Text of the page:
Advanced Camp (CLC)

Basic Rifle Marksmanship Trains Experts and Novices Alike

U.S. Army photo by Al Zdarsky.

U.S. Army photo by Al Zdarsky.

The sound of crisp gunshots echoed throughout Joint Base Lewis-McChord, Wash., as the 3rd Regiment Reserve Officers’ Training Corps Cadets tested their aim at Basic Rifle Marksmanship with their M16 weapons.

Cadet Jack Wood from Chicago, Ill., a political science and finance major at Lewis University in Romeoville, Ill., narrowly missed qualifying at expert level, having only missed three of 40 targets at group and zero.

Wood felt confident for this assessment at the Leader Development and Assessment Course after the training he received from his university.

“Every year, my school tries to get us on the range a few times,” said Wood. “They really prepare us to come out here and they do a great job of making sure we’re ready to go mentally as well.”

Besides his school, the Cadre at LDAC have played an instrumental role in the success of the Cadets so far, said Wood. A Cadet’s ability to endure is on the individual themselves, but Cadre and family are really the basis of success.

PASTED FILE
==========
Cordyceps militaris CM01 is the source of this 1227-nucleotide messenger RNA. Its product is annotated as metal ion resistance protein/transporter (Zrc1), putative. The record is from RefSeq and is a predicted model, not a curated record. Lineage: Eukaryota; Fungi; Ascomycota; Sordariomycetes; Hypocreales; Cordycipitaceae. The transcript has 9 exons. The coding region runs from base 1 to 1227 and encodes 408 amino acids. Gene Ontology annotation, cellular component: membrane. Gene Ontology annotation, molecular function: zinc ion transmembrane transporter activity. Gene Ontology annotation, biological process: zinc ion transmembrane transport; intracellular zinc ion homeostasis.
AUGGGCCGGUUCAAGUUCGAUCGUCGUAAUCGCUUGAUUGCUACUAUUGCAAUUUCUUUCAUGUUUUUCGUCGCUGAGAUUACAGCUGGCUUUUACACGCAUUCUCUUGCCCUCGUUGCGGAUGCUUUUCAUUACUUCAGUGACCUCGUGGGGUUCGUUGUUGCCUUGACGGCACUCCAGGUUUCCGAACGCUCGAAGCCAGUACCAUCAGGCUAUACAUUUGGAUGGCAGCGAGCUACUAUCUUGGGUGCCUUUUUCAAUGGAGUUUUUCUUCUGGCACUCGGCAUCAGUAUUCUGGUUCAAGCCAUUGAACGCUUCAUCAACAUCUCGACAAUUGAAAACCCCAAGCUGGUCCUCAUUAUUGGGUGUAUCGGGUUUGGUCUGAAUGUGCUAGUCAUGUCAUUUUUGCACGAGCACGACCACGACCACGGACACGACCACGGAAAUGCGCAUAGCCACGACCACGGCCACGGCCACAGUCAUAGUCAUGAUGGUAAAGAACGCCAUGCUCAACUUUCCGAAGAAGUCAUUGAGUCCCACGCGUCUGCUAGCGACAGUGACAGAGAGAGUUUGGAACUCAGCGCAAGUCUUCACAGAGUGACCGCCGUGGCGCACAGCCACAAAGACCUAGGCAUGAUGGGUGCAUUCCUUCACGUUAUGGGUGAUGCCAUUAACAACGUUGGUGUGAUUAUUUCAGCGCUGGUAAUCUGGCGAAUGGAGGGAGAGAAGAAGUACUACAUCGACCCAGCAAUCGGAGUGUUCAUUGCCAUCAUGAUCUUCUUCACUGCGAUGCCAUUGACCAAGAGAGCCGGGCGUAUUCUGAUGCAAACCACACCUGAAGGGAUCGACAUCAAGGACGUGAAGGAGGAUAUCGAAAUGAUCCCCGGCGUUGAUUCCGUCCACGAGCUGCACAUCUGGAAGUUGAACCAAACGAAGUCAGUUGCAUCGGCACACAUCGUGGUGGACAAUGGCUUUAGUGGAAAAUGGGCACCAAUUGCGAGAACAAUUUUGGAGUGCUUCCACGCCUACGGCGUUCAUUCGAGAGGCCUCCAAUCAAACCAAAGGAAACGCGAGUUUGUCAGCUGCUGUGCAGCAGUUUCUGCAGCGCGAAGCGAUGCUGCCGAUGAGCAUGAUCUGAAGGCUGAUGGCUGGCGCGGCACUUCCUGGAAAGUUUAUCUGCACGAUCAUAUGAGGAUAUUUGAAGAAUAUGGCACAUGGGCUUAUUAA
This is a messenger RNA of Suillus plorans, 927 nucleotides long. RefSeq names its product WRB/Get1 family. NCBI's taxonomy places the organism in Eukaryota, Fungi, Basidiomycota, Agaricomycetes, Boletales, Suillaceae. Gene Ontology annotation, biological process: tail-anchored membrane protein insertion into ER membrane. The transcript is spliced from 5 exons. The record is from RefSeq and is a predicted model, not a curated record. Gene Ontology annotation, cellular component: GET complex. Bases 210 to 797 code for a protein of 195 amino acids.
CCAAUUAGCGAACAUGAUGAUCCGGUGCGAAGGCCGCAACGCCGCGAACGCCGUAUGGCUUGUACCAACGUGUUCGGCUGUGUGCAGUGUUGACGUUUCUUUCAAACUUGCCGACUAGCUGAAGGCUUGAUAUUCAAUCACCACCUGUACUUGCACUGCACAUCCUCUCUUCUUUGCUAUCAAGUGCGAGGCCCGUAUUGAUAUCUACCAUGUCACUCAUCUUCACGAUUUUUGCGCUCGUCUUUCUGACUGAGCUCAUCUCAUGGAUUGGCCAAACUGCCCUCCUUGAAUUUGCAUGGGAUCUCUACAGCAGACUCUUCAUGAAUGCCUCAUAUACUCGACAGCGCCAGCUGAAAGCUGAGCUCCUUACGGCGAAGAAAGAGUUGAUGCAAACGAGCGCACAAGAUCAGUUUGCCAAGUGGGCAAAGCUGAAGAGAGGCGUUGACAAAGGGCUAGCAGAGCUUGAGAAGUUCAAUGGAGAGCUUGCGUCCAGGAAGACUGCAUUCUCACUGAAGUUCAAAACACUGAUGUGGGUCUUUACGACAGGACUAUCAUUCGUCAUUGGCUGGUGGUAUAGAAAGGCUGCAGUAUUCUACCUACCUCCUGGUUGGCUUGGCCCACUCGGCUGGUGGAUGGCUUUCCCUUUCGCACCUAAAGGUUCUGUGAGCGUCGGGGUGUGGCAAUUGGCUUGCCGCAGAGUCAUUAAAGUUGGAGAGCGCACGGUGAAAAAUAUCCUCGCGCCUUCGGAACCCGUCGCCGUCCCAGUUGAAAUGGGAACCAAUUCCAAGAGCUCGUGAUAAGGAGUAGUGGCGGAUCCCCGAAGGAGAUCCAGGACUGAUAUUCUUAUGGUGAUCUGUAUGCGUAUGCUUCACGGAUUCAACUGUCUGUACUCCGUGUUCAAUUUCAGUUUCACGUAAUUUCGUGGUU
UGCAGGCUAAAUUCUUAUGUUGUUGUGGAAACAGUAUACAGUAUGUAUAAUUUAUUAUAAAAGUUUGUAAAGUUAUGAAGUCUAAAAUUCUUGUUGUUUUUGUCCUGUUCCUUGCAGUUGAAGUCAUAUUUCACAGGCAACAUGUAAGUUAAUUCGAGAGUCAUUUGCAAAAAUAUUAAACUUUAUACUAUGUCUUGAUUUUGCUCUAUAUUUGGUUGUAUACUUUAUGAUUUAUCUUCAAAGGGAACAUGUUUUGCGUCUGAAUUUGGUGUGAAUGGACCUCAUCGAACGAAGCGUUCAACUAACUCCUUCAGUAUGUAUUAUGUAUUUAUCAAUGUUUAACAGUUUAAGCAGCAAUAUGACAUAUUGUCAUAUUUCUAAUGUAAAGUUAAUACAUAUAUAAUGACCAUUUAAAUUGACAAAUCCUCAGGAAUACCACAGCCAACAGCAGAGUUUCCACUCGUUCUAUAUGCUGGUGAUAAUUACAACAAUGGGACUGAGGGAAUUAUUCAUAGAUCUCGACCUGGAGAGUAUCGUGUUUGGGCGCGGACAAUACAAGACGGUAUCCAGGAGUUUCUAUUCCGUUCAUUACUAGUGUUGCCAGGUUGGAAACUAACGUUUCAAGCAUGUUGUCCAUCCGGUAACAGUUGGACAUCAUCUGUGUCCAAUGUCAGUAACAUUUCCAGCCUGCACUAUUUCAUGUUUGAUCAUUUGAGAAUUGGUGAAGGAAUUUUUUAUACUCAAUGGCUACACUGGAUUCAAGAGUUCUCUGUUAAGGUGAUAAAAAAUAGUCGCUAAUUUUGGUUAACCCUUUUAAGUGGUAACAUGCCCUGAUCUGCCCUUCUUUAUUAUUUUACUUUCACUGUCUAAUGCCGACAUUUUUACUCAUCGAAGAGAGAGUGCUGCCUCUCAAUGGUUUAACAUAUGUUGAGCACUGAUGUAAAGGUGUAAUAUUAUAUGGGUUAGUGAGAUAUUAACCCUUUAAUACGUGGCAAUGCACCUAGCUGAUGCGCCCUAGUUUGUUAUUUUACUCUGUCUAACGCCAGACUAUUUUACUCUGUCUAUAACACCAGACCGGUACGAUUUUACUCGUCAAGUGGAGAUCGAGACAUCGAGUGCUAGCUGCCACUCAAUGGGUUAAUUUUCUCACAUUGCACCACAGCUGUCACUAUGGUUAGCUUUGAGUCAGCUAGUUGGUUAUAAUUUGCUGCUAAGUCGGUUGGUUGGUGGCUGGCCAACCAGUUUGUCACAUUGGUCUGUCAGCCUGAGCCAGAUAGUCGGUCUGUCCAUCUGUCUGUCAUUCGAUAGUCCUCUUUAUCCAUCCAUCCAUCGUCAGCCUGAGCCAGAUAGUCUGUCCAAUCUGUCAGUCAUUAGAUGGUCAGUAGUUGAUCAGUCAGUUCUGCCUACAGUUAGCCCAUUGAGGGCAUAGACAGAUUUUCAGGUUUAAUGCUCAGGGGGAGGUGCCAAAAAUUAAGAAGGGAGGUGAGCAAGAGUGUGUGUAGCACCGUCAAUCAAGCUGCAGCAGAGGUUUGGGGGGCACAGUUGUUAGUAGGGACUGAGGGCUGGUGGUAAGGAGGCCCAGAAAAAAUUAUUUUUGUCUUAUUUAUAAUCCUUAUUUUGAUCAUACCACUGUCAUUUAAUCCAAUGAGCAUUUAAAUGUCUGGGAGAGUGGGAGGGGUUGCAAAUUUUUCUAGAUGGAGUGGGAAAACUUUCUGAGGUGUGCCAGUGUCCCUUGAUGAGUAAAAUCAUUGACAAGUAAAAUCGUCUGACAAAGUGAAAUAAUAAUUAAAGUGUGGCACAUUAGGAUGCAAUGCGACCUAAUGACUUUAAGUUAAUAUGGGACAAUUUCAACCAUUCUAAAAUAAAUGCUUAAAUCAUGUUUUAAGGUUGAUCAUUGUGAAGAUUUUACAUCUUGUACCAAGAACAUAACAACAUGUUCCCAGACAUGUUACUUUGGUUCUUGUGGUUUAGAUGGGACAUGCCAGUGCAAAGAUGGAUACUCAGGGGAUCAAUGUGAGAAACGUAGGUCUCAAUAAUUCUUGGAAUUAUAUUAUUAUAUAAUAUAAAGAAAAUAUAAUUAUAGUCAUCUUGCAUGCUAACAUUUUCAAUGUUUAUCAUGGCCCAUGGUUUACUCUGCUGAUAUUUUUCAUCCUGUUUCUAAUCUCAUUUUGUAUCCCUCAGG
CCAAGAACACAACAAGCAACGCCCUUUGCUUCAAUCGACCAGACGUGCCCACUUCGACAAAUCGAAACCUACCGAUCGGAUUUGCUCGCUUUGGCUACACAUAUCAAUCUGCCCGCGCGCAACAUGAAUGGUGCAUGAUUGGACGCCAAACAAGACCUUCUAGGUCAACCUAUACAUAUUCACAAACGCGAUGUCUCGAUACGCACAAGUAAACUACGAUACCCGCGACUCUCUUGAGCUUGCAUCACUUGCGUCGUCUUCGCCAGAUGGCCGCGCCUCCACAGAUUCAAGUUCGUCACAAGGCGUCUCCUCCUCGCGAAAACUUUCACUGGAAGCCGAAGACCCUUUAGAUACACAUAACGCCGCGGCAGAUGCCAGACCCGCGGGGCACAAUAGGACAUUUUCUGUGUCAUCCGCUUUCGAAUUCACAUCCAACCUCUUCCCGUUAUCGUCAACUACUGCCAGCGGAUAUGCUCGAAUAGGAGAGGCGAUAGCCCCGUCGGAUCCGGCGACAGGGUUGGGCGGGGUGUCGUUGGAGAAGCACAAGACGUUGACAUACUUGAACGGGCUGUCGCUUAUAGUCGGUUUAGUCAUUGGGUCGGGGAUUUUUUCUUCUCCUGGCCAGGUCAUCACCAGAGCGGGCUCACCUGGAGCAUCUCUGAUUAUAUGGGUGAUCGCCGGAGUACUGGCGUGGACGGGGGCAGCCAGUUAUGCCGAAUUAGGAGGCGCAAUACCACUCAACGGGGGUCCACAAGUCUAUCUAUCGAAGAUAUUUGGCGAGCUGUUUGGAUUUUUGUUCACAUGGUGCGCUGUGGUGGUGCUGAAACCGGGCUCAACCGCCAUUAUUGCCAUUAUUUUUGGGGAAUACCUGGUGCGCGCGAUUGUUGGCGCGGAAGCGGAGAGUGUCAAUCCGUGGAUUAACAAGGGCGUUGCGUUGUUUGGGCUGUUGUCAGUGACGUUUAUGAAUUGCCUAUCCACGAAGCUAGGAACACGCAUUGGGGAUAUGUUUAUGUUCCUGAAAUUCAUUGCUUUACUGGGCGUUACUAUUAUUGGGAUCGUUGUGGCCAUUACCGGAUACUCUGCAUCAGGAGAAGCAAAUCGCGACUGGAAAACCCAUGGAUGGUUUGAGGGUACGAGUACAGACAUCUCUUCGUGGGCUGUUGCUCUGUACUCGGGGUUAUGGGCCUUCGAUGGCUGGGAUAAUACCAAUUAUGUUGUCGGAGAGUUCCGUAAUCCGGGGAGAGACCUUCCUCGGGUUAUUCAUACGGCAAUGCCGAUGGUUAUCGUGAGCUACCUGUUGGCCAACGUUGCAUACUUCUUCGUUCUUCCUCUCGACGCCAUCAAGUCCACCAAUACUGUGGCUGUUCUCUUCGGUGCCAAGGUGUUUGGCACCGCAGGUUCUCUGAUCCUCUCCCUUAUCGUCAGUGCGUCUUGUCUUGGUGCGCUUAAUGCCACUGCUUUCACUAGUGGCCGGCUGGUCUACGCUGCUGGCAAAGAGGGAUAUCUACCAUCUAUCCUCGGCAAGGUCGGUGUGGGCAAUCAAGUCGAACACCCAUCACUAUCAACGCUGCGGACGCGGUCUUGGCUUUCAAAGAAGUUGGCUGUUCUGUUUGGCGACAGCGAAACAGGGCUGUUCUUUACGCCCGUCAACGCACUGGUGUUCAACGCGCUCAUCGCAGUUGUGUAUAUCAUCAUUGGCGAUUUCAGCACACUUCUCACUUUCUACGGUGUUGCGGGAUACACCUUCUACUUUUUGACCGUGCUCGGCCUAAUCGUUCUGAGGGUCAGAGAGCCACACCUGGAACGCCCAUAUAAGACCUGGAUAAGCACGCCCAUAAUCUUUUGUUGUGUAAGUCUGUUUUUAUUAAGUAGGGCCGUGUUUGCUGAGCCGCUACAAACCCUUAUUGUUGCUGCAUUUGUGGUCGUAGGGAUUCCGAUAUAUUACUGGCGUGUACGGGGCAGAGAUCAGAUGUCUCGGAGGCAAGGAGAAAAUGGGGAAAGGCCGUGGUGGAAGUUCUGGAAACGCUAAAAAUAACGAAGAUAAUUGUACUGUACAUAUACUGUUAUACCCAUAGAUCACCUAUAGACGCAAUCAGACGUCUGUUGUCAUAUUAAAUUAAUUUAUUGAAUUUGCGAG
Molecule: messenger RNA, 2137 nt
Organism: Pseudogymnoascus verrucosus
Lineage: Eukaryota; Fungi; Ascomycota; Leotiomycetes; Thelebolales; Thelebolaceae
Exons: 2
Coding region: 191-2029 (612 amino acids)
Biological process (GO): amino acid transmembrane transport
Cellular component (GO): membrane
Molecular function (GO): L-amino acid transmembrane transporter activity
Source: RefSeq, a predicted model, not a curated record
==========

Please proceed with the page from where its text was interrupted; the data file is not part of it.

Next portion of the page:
“[Cadre] help us to be confident and realize that life won’t end after each event,” said Wood. “The emphasis is on making sure we finish strong.”

It’s very exciting when a Cadet qualifies near expert level, but many Cadets come to LDAC without much experience shooting a live weapon. It was only the second time shooting a gun for Cadet Jeremy Johnson from Bassville, Miss. Johnson is a mathematics major at Mississippi Valley State University in Itta Bena, Miss.

“I’m still pretty new to this,” revealed Johnson. “But it’s a great environment to be around and we learn a lot.”

Despite his limited experience with guns, Johnson felt confident when he came out to the range that morning. For him, it wasn’t about past experience, but the pure joy of getting to shoot a gun.

“You get to shoot something,” said Johnson. “It doesn’t get much better than that here at LDAC. Plus, if I didn’t get the experience here, where would I get it?”

Johnson felt satisfied with his performance at group and zero and stated that the hardest part was being limited to two rounds of ammunition. For the Cadets who were nervous about shooting for the first time, Johnson quoted an old proverb to ease their fears.

“If at first you don’t succeed, try, try again,” said Johnson. “But if you do your best, you will succeed.”

Story by Allie Pasdera.

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